Monthly Archives: August 2010

Politics and Freedom of Expression: PART I

It’s been a while since I’ve discussed politics on this blog – not because I haven’t been thinking about it (because I have been thinking about it constantly) but because I’ve needed time to formulate my thoughts. Many of you – friends and family – have asked me about the controversy of the elections, the… Read more »

Train Tracks

I was on the subway last night and there was an announcement that there was a “traveller’s incident”, a pseudonym for someone who committed suicide on the railroad tracks. I was stunned at the announcement, that they will be cleaning up, so no lines will be running on line 10, I believe. Raphaelle then told… Read more »

Sing, Dance, Love

So I met a wonderful man, Mr Dayo, who invited Raphaelle and I to his house today, who shared his own experience being a Rom in France, the struggles, but what was most amazing was the pride he had in his own people. “Many people think we are the bastards of Europe, with no state,… Read more »

La Vie á Paris!

Life in Paris is slow, where it’s against the law to work more than 35 hours a week, and 60% of the GDP is spent of education. Even getting a master’s program costs close to nothing. 🙂 Cities are usually hustling and bustling at every hour, every minute, but less so here. When things shut… Read more »


Remember that time I told you that I had FORTY STUDENTS? Well, turns out I now have sixty. Yes. SIXTY. STUDENTS. It’s pretty incredible. I can hardly believe it myself. But I did find out why last week. On Friday, the LC director interrupted my class and took 10 students out into the hallway. It… Read more »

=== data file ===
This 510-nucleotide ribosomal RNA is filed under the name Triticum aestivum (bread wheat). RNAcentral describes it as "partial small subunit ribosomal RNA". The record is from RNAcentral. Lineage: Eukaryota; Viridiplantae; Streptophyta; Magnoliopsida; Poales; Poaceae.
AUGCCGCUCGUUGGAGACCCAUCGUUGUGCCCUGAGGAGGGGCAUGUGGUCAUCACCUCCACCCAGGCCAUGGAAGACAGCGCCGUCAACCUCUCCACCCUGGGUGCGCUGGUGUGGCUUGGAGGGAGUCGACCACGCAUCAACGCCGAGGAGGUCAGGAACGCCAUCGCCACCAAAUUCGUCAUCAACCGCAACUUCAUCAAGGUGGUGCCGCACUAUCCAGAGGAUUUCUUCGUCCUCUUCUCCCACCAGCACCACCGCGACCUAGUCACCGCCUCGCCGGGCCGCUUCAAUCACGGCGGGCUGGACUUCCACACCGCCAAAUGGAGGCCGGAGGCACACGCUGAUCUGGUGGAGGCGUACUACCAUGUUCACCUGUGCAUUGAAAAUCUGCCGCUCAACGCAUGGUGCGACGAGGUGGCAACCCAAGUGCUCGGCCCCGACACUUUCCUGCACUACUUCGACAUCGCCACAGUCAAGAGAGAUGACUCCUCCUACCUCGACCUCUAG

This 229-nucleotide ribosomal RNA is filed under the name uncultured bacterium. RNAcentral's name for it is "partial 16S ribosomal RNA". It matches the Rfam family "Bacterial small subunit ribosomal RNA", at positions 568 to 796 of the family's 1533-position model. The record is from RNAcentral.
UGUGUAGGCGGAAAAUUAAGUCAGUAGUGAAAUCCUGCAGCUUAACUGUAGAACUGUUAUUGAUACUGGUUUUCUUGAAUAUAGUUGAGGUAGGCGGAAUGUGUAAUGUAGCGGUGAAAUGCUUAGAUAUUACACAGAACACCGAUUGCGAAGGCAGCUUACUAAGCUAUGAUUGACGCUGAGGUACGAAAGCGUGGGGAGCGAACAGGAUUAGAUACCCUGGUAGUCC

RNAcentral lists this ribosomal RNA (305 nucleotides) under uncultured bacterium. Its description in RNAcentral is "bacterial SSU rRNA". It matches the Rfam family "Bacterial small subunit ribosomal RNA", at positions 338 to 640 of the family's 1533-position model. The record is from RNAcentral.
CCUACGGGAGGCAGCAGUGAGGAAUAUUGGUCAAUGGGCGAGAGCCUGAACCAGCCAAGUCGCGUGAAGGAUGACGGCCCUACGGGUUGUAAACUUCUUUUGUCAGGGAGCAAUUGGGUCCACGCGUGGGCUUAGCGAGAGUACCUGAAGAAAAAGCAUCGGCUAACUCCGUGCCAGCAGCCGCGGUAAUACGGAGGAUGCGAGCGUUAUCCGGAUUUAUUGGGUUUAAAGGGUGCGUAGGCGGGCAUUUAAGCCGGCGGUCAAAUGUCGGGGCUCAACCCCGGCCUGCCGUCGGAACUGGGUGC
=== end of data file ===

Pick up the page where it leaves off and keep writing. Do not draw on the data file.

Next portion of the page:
The Butchery

So I just arrived in Paris and it’s been SWEET! I met Raphaelle here and am in her sweet apartment! However, it’s been so crazy trying to adjust into a country where the streets are clean and everything is orderly, the butchery is spick and span and there are building everywhere. Compared to the markets… Read more »

Cha-lleh! Why not?

I visited the slave castles yesterday and after seeing the dungeons of the slaves of the past, the canons and ships that were left at cape coast, I could help but feel a sense helplessness about the past but wonder at what we have today. In Ghana, as I’ve noted before, there is no bitterness… Read more »


This school is an interesting mix of people from all over the continent and that is probably what I love most about this school. The number of perspectives represented and presented here is really wonderful. I was looking back at some of the interviews in the past and Sister Teresa Walsh said to me, “Education… Read more »